The Preselis are not a mountain range, rather a collection of gentle rolling hills. That is not to say that they are not spectacular in their own way - the views of the coastline and the vistas are impressive - but it is their intimacy with the little villages that nestle amongst their folds that makes them so different.
There are a number of places that are "off the beaten track" that are well worth exploring. A particular favourite of my family is Rosebush, where we generally end up at the Old Post Office Restaurant or Tafarn Zinc.
Afterwards we tend to walk it off on the climb to Cerrig Lladron (magnificent views of Pembrokeshire)or visit the Country Park at Llys y Fran and attempt part of the seven mile walk around its perimeter.
Many of the villages nestling in the foothills are very attractive, but the absence of thatched roofs makes them look very different from their West Country cousins.
Not far from Rosebush, however, is a unique thatched cottage - the last one built overnight, Ty Unos - built on land claimed "as far as an axe can be thrown from the front door" - A practice that the present day County Council planning department, I feel, would not approve of!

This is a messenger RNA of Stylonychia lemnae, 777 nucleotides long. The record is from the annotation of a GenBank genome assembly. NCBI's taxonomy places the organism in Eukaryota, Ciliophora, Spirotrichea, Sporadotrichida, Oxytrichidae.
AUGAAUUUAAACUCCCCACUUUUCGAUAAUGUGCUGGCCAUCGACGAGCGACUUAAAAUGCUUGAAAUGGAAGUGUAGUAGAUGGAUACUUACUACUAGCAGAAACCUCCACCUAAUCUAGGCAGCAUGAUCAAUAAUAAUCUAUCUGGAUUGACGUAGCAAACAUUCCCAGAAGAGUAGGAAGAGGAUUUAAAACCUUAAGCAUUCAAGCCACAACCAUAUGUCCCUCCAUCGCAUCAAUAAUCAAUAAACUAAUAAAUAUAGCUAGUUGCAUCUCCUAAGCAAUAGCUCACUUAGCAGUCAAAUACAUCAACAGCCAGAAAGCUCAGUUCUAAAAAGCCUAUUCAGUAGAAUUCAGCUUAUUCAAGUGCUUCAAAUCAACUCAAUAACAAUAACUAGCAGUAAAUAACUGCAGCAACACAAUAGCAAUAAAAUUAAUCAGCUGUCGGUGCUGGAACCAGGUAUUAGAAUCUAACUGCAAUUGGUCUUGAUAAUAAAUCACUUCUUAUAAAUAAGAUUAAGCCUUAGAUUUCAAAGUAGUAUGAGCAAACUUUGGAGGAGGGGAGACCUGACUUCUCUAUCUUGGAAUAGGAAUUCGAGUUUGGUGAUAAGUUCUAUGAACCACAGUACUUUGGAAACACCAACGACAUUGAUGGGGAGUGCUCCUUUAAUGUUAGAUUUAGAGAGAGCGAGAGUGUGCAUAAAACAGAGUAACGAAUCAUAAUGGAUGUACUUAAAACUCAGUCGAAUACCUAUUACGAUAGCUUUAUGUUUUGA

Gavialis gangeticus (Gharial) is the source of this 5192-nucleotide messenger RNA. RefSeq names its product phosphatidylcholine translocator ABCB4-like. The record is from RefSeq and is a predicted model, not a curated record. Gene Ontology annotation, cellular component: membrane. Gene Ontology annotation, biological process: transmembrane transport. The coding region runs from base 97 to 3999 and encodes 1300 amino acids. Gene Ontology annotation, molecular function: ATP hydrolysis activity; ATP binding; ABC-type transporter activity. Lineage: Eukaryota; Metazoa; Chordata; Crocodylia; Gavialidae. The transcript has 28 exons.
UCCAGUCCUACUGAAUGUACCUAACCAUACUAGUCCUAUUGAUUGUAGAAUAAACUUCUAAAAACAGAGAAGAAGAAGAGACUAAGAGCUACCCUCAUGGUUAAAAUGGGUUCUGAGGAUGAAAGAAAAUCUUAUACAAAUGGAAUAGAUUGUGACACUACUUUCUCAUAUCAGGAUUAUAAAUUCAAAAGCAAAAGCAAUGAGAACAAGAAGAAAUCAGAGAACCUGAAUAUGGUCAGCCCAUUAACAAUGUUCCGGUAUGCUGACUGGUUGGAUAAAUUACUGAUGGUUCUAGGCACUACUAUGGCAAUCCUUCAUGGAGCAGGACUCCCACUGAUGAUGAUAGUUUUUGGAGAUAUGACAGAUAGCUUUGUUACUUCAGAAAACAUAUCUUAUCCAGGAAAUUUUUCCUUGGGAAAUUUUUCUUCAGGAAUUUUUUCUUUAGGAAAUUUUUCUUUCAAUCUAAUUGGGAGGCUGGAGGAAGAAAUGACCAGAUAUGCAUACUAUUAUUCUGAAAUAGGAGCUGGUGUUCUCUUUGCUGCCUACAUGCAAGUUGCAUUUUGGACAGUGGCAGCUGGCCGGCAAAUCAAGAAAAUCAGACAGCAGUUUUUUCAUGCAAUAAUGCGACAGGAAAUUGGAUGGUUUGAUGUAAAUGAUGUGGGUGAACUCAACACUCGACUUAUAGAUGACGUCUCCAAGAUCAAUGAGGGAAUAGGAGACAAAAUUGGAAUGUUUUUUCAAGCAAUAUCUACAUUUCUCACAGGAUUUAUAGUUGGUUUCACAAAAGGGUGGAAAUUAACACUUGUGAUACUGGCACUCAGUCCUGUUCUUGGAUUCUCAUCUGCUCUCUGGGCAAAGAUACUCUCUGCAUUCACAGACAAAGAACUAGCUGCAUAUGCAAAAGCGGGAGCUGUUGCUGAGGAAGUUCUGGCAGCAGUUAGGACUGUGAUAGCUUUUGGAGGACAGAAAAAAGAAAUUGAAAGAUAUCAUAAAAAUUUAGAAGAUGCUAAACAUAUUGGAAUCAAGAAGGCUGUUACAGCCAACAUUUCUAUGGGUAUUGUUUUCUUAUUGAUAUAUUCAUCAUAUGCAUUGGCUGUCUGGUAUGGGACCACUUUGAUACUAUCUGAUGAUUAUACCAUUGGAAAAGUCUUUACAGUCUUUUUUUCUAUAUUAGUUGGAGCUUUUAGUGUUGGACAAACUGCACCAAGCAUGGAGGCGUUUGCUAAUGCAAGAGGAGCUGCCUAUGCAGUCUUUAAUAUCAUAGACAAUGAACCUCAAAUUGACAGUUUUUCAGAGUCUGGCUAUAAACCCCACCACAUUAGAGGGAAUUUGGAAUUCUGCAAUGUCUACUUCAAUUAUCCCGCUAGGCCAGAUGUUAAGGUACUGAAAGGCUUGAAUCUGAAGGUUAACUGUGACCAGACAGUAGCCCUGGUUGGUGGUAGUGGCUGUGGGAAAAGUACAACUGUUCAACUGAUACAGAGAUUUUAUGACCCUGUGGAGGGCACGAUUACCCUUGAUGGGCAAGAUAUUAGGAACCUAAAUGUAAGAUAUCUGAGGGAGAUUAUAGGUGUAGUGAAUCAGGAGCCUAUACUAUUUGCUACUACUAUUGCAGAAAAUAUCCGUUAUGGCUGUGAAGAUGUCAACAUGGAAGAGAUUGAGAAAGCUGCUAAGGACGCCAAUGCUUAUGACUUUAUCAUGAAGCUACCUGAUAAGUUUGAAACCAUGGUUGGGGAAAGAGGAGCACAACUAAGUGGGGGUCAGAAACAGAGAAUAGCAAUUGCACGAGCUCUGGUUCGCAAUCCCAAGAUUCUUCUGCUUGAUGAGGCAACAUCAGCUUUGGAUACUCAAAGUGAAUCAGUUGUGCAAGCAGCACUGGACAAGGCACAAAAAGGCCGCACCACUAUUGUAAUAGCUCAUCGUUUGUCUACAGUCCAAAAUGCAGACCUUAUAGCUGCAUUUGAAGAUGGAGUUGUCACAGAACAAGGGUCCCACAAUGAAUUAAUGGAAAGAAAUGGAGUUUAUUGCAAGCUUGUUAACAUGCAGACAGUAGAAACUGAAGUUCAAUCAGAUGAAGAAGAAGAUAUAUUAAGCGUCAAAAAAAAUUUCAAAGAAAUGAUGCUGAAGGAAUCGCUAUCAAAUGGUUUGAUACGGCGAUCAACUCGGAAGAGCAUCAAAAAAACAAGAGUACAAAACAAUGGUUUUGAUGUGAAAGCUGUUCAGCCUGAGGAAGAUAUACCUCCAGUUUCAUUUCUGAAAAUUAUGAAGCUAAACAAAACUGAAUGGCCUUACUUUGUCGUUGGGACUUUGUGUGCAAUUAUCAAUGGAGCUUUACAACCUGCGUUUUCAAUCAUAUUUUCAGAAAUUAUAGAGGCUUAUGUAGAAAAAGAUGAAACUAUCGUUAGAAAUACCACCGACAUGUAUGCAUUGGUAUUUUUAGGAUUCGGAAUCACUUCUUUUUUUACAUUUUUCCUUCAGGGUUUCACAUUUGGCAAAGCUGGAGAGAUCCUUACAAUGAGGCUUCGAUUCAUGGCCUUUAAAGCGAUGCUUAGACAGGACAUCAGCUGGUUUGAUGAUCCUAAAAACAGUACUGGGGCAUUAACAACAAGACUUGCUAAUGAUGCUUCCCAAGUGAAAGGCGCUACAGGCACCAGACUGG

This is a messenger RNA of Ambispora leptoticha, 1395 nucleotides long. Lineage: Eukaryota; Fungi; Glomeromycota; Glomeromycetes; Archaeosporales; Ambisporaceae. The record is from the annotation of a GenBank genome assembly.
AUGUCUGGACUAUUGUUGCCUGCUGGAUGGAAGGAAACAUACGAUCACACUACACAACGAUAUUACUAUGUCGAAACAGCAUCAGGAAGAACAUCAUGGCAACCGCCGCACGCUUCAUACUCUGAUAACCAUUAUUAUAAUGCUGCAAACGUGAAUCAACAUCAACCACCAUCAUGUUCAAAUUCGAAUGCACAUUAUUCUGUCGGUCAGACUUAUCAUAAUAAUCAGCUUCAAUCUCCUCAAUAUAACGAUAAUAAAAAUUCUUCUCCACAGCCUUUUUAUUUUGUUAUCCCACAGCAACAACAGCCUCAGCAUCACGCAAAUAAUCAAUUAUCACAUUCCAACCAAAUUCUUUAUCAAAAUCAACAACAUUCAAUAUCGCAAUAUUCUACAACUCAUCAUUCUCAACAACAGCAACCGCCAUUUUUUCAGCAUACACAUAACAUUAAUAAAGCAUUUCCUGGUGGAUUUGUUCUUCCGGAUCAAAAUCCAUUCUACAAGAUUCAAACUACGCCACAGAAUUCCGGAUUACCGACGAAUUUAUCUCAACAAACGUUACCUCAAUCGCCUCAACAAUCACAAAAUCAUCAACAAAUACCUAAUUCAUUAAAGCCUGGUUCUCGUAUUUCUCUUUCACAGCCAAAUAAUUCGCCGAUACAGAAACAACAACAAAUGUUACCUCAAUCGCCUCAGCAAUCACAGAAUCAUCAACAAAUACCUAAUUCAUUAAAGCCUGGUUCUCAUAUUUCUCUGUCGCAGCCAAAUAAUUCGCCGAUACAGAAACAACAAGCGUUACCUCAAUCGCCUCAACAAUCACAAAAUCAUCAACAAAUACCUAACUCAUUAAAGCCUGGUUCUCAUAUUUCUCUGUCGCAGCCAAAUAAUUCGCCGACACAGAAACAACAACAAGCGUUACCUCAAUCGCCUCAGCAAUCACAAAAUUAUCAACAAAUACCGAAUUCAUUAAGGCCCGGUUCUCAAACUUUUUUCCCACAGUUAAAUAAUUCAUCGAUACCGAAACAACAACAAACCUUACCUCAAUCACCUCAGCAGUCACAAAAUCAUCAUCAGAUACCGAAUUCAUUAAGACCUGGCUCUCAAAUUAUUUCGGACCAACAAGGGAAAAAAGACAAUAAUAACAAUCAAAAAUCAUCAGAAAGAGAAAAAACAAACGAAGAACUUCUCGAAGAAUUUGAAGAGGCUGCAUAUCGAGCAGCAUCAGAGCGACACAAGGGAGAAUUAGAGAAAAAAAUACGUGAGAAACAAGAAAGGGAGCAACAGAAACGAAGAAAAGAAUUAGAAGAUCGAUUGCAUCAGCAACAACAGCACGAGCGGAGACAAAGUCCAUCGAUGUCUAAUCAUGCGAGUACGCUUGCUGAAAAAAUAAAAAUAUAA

Further south is Scolton Park with one of the most interesting museums of Victoriana that I have seen.
Of greater interest to families is that it has an excellent children's playground, several picnic tables, a Tea Room and one of the only public toilets beteen the Preselis & Haverfordwest!
On the Northern flanks of the Preselis are a number of interesting gardens to visit - Bro Meigan are truly exceptional and well worth a visit.
If you are interested in pre-history, there a lot of stone circles in the Preselis and a dramatically sited neolithic burial chamber at Pentre Ifan and a complete reconstructed Iron Age village at Castell Henllys - thatched by local thatcher Alan Jones.
To the east is the Gwaun Valley. A secluded valley that time has almost forgotten about - well it has really, for it is one of the last remaining outposts of the Julian (47 BC) calender rather than the Gregorian (adopted 1752) Unlike the rest of the country, they celebrate the New Year on the 14th of January!